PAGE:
His order encourages continued social distancing. So, Abbott acknowledges that crowded spaces are a bad idea but takes away a tool to limit crowding. Pity the poor restaurant owner who tries to untie that knot.
Texans are understandably done with this nightmarish year of the pandemic and its restrictions. Every day brings good news about the vaccine supply, the quickening pace of inoculations and a possible return to so many of life’s activities that are still on hold. Like an exhausted runner, Texans are lunging for the finish line.
It’s lamentable that the governor can’t show the patience that most citizens have. Instead, he decided to make more illness and death more likely just as the finish line is in sight.
The Tahlequah (Oklahoma) Daily Press on the failed effort to include a federal minimum wage hike in the latest stimulus package:
A minimum wage of $7.25 an hour is an insult to hard-working Americans trying to support families. That base figure should have been raised years ago, but a successive cadre of self-serving politicians saw to it that working-class folks were kept in their “rightful place,” as they did the bidding of greedy corporate CEOs.
Be that as it may, there are several ways a sudden and drastic bump to $15 an hour could be catastrophic at this time. One has to do with the pain being inflicted on businesses by the pandemic – and that’s why the minimum wage hike had no place in the stimulus package passed a few days ago by the House of Representatives.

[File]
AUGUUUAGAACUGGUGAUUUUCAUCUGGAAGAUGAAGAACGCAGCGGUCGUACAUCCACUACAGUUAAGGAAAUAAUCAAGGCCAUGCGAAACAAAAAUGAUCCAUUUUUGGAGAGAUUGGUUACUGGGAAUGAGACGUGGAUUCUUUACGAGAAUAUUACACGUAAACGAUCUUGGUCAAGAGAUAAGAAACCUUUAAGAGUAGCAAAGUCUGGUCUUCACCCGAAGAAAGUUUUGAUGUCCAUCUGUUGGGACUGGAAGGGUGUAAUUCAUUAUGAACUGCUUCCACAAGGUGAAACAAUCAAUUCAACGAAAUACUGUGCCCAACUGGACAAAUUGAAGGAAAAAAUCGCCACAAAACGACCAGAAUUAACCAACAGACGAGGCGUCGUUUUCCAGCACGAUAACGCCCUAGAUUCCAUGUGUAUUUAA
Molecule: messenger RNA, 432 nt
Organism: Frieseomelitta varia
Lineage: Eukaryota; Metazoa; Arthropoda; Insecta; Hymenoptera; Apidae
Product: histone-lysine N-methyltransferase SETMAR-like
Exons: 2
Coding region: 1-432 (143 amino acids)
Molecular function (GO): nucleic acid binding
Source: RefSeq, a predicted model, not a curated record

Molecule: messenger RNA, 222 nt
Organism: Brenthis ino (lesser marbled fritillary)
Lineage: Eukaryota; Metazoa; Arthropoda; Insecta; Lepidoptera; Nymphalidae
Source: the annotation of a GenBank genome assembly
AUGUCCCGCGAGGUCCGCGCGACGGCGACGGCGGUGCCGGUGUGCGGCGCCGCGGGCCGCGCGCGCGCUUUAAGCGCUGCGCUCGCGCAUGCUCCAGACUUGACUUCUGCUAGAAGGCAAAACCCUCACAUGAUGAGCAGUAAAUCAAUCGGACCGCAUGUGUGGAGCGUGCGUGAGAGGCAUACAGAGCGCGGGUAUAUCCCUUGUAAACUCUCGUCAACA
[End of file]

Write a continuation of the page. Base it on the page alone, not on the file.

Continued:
President Joe Biden had made raising the minimum wage a cornerstone of his campaign, and he’s not the first. Trump, Obama, and Bush also paid lip service to the idea. After all, only a fool would think anyone in New York City or Los Angeles could scrape by on $15,000 a year. Still, when it comes to COVID-19 relief, doubling the pay of millions of workers – or even assuring a metered uptick as part of that deal – would be a case of robbing Peter to pay Paul.
It’s understandable that activists are faunching at the bit to pull their fellow Americans out of poverty. But when it comes to timing on matters such as this one, it’s fair to say that erstwhile presidential candidate Vermont Sen. Bernie Sanders can be viewed as a belwether. Sanders has championed a minimum wage increase since time out of mind, but even he has apparently decided the relief package isn’t the right vehicle for it.
The Senate parliamentarian last week ruled that under rules Democrats have adopted to push the stimulus bill, the minimum wage hike would be inadmissible. Sanders and others entertained a backup plan to penalize behemoth corporations that refuse to pay $15 an hour, probably because they know these companies can afford it. But economic experts have said that plan is rife with loopholes and tough to enforce, and even liberal thinkers are skittish.
Congress has several other things to think about. While mega-corporations can foot the $15-an-hour tab without considerable pain, that’s not true for small businesses. And even if those small businesses got a “bye” on the raises or a few years to implement them, trying to compete with the higher-paying mega-corporations for quality labour would be almost impossible. In fact, many larger multi-state companies would have to trim staff – including newspaper companies. Even the Congressional Budget Office admits the hike would cost 1.4 million jobs, at least in the short term.